Cútar is a small village perched on the side of a hill, situated on the road from Benamargosa to El Borge, which are its closest neighbours, and a 30 min drive to Vélez-Málaga. It is part of the Route of the Raisin and the village is known as the Fountain of Paradise (Fuente del Paraiso) from the Arab word kautzar because of the twelve springs within the town.
The village is surrounded by vine covered hills and as you drive the 6 km up the winding road from Benamargosa it remains hidden in the folds of the mountains until you round the last bend at km 5 where all you can see is the village of Comares towering up into the sky, then suddenly the white oasis of Cútar appears, a mountainous Atlantis majestically rising from the depths below. A joy to behold, this jewel of a town sparkles in the sunlight as you drive down into the entrance to the village where the first sight is the beautifully restored fountain, the Aina Alcaharia which used to be an Arab chapel before converting to a water well and fountain, the only surviving Arab fountain of its kind in Málaga province. There are steep steps behind it that lead up to the ancient bridge that crosses a little gorge.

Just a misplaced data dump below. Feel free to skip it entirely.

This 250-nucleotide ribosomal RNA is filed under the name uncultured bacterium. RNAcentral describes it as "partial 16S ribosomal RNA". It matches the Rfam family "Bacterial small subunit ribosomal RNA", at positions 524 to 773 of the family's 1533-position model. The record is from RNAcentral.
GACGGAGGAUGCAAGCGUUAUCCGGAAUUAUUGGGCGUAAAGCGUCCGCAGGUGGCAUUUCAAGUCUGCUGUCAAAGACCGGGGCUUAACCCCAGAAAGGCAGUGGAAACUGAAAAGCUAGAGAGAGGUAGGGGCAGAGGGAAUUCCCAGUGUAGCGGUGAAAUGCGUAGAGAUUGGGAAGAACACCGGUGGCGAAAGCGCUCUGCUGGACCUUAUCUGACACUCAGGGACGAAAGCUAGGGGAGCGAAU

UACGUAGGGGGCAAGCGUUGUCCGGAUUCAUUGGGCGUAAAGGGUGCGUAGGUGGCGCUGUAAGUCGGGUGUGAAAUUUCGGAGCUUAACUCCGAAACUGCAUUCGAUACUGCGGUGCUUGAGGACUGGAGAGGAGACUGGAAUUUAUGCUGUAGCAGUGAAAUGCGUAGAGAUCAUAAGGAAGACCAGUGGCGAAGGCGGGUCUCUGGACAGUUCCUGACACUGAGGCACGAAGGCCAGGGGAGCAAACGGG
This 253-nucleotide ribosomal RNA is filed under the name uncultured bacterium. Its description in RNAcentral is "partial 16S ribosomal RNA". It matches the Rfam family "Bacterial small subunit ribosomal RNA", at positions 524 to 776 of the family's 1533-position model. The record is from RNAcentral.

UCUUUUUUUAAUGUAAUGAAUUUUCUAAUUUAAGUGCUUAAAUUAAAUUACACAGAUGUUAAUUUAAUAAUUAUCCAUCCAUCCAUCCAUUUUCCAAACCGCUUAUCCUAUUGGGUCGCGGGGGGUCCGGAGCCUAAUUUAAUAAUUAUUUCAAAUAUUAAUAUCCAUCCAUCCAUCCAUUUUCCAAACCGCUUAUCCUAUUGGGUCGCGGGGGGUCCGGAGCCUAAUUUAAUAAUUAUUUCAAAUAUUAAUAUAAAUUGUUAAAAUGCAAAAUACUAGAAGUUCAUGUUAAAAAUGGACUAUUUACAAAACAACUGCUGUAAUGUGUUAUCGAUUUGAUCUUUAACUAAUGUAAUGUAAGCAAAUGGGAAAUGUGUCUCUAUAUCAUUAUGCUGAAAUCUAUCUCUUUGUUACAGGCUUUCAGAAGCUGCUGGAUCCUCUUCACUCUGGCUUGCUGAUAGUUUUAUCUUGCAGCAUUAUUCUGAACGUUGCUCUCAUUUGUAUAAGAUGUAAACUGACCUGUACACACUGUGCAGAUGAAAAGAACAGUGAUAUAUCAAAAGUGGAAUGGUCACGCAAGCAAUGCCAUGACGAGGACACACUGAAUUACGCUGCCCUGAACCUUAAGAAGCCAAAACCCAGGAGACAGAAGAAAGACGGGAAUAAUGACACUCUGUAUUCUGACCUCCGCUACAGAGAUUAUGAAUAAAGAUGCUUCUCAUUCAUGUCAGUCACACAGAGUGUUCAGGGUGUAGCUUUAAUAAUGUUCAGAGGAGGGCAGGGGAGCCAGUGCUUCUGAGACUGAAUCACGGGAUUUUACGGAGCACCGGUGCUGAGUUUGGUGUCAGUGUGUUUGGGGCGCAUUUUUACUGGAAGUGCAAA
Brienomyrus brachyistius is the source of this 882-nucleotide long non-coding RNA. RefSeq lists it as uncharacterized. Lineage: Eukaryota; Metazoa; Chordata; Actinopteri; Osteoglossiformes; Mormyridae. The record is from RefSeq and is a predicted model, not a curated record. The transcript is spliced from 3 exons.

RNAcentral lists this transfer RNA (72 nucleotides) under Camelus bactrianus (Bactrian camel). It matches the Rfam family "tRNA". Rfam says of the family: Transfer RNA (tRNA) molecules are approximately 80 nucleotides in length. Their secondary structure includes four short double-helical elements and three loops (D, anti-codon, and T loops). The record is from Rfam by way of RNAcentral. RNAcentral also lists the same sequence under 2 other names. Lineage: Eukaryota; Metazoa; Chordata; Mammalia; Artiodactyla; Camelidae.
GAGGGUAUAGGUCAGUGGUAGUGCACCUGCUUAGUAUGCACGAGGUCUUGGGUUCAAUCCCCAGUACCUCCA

Cútar is proud of its Moorish roots and goes back in time to the 15th century to celebrate the Monfí Festival where you can experience the smells, tastes and music of that era. Each October during the second weekend, the narrow streets and main car park become a traditional souk where food, drink, clothes, and other items can be purchased from sales people dressed in traditional Arab costume. There are belly dancers, falconry displays and street entertainment, an Arab tent selling mint tea and culinary delights. Homes are opened as museums showing many items of the past, traditional methods of weaving, paintings and pictures, old photographs of the village in bygone days.
There is a Moorish arch known as the Algorfa with a house situated above it. At the top western side of Cútar sits the 16th century Church of Nuestra Señora de la Encarnación dominating the village with its beautiful baroque side chapel. It was originally known as Our Lady of the Angels and was built over an Arab mosque. If you haven't yet visited Cútar I can highly recommend it as being one of the few remaining virtually untouched, traditional white villages.